LAKE BUENA VISTA, Fla. -- With Kris Medlen and Brandon Beachy seemingly destined to undergo season-ending elbow surgery, the Braves have obviously been forced to alter their rotation plans. But these injuries have also made it harder to project who might fill the final available spots in the bullpen.
After getting another look at a few of the bullpen candidates during Saturday's 6-2 loss to the Cardinals, Braves manager Fredi Gonzalez said he is planning to begin the season with a 12-man pitching staff. This means there would be room for eight relievers as the club goes through the season's first 10 games with a four-man starting rotation.
Closer Craig Kimbrel, Luis Avilan, Jordan Walden, David Carpenter and Anthony Varvaro are the locks to begin the year in Atlanta's bullpen. The top right-handed candidates to fill the available spots are the hard-throwing Juan Jaime, Luis Vasquez and Gus Schlosser.
Ryan Buchter, Atahualpa Severino and Ian Thomas stand as the top left-handed candidates. Buchter, the only member of this trio on the 40-man roster, has made four consecutive scoreless appearances since struggling through the early portion of the exhibition season.
But it is apparent Gonzalez is still concerned about Buchter's inconsistent command, which was once again displayed as he hit a batter and issued a walk with two outs in Saturday's eighth inning.
"We want to see four, five or six of those [good] outings in a row," Gonzalez said. "Everybody is going to throw a couple walks in here and there. But it can't be every other outing. It can't be every two outings. There has to be more consistency. Nine out of 10 times when that door flies open, you need to know what you're going to get."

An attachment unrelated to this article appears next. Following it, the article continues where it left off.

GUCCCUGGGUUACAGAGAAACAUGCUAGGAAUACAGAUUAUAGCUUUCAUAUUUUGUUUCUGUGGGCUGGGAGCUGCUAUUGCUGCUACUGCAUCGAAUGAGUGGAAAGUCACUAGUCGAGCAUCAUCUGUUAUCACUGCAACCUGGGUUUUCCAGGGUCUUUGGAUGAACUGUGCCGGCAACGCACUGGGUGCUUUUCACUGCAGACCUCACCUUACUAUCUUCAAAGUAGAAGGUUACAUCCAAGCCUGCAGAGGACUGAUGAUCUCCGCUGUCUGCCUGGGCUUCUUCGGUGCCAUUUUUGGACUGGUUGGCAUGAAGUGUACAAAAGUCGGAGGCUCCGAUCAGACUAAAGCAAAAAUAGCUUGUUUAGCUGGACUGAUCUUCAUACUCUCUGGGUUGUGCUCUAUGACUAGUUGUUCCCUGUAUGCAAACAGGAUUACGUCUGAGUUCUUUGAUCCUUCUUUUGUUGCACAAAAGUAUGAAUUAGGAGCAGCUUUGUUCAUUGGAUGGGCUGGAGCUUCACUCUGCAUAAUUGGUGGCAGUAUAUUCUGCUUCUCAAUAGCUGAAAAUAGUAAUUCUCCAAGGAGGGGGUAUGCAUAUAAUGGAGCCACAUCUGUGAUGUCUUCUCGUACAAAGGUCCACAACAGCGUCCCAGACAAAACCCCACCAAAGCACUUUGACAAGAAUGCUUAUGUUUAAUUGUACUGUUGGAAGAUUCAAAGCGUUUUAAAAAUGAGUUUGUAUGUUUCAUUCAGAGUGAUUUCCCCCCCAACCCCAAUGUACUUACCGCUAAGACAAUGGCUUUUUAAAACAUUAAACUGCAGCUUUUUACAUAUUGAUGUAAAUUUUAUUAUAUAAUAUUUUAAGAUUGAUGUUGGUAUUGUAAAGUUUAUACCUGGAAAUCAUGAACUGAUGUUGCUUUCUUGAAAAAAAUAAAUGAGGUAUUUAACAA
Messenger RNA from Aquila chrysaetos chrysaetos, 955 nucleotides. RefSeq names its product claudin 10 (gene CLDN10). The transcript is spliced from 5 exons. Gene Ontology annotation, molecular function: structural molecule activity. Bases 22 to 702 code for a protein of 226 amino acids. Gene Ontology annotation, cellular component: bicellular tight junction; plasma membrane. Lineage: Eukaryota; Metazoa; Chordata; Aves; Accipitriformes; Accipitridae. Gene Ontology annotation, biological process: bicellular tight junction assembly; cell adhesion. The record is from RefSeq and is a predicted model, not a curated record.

Jaime has surrendered one hit and one earned run in the 5 1/3 innings he has completed during the Grapefruit League season. The 26-year-old right-hander has also showed decent command. Two of the three walks he has issued were registered during his second appearance.
As Vasquez struggled through his season debut on Sunday against the Mets, he displayed the rust that had developed while he was sidelined during the early weeks of camp with a right lat strain. But the hard-throwing right-hander has since completed two scoreless appearances. The side-arm reliever's fastball touched 94 mph during Saturday's ninth inning.
Schlosser's candidacy is intriguing, because the Braves now have a greater need for him to be prepared to serve as a starting pitcher. There is a chance he could begin the season in Triple-A Gwinnett's rotation. But there's also a chance he could be on Atlanta's Opening Day roster if the Braves feel the need to carry a long reliever as they go through the season's first 10 games with a four-man rotation that will consist of Julio Teheran, Alex Wood, Freddy Garcia and David Hale.
Braves proceed with caution as Minor recovers
LAKE BUENA VISTA, Fla. -- Mike Minor is ready to accelerate his preparations as he aims to join Atlanta's starting rotation by the end of the regular season's second week. But given what they have experienced with Kris Medlen and Brandon Beachy this week, the Braves are maintaining a cautious approach with Minor.
With Medlen and Beachy now staring at the likelihood of undergoing season-ending Tommy John surgery, the Braves will not subject Minor to a potential injury by rushing him through a process that was delayed when he reported to Spring Training feeling the effects of the month-long stretch of inactivity he experienced after undergoing a urinary tract procedure on Dec. 31.